In a follow-up to a story we covered last month, the United Nations last week voted to restore a reference to killings due to sexual orientation that had been deleted from a resolution condemning unjustified executions.
The United States led a successful effort on Tuesday to return LGBT people to the list of those whose extrajudicial executions the U.N. condemns.
Secretary of State Hillary Clinton said the U.S. reintroduced the language to send an unequivocal message that “No one should be killed for who they are.”
In November, the United Nations General Assembly Human Rights Committee approved a proposal by several Arab and African nations to remove “sexual orientation” from a resolution condemning extrajudicial, summary and arbitrary executions.
In addition to slayings over sexual orientation, the resolution specifies many other types of violence — killings for racial, national, ethnic, religious or linguistic reasons and killings of refugees, indigenous people and other groups.
The UN’s main assembly normally passes similar resolutions every two years, and the most recent resolution in 2008 declaration had contained an specific reference to LGBT killings.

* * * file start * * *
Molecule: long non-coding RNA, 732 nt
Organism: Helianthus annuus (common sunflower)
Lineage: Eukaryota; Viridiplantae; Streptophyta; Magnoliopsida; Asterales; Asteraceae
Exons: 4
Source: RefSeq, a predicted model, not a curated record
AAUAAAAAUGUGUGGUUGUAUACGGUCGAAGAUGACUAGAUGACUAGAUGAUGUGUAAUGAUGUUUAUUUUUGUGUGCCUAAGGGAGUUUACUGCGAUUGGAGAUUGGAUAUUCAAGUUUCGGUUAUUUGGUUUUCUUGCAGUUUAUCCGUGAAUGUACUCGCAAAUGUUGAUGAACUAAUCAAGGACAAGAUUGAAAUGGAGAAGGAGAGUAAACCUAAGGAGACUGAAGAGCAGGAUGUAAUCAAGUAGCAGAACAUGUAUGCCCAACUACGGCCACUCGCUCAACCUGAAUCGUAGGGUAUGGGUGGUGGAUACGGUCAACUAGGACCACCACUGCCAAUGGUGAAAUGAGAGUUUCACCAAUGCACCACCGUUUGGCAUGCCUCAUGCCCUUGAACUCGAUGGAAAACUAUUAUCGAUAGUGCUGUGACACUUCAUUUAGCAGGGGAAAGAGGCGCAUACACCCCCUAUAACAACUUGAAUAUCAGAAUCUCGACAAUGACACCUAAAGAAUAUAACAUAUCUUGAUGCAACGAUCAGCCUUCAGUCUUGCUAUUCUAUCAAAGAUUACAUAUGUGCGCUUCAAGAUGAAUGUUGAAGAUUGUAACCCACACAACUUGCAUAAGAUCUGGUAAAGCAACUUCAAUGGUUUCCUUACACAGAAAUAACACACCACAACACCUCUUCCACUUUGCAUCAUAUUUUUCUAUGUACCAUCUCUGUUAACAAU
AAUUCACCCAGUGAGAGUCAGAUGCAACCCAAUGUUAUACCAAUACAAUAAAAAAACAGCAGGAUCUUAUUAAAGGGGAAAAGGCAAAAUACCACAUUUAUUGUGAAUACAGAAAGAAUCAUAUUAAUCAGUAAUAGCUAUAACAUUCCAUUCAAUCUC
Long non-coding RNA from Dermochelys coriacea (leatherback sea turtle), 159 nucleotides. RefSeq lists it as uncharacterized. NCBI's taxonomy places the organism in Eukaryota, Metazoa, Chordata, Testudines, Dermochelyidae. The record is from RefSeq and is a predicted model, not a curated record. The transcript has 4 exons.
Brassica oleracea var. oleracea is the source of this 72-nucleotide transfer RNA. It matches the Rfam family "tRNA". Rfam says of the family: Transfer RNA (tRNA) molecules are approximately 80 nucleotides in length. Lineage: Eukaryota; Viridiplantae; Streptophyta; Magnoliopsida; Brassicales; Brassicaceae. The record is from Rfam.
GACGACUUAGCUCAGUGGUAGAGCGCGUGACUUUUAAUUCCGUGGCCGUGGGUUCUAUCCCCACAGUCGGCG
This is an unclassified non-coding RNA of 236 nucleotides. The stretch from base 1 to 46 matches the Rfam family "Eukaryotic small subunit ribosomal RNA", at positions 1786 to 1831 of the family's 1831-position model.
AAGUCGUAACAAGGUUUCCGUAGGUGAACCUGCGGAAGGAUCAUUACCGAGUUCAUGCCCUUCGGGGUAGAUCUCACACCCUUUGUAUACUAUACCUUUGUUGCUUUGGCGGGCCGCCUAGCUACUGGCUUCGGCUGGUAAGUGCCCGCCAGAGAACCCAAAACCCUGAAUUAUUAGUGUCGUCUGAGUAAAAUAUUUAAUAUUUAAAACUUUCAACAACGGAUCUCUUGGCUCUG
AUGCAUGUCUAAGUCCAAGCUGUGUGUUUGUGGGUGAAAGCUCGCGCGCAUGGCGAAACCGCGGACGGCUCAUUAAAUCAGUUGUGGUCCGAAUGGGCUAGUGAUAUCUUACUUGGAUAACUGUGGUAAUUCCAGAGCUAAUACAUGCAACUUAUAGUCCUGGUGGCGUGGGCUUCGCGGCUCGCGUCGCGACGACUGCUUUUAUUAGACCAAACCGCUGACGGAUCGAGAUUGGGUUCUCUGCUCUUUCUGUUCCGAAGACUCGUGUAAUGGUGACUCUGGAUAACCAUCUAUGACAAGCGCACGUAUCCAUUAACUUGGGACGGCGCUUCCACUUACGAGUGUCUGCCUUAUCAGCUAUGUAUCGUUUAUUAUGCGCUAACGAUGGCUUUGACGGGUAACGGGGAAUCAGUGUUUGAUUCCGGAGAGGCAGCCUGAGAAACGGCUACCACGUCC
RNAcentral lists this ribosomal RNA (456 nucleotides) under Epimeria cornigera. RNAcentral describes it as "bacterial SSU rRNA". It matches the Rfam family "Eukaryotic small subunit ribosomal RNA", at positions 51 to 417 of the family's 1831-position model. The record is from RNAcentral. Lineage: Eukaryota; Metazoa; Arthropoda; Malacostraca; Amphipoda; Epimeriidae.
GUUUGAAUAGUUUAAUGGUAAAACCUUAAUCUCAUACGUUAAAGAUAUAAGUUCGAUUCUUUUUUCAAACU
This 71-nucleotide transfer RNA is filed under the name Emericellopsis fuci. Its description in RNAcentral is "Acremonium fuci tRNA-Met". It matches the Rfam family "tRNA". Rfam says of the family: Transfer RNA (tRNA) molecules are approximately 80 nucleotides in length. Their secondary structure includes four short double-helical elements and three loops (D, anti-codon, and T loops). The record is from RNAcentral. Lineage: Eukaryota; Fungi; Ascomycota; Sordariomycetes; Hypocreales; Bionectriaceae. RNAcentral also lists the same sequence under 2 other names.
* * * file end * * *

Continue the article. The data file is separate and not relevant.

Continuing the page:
“The United Nations General Assembly has sent a clear and resounding message that justice and human rights apply to all individuals, regardless of their sexual orientation,” said Susan Rice, U.S. ambassador to the U.N.
The U.S.-backed amendment passed with 93 countries voting yes, 55 voting no and 27 abstaining.
President Obama said the vote “marks an important moment in the struggle for civil and human rights,” and that the “time has come for all nations to redouble our efforts to end discrimination and violence against lesbian, gay, bisexual, and transgender people.”
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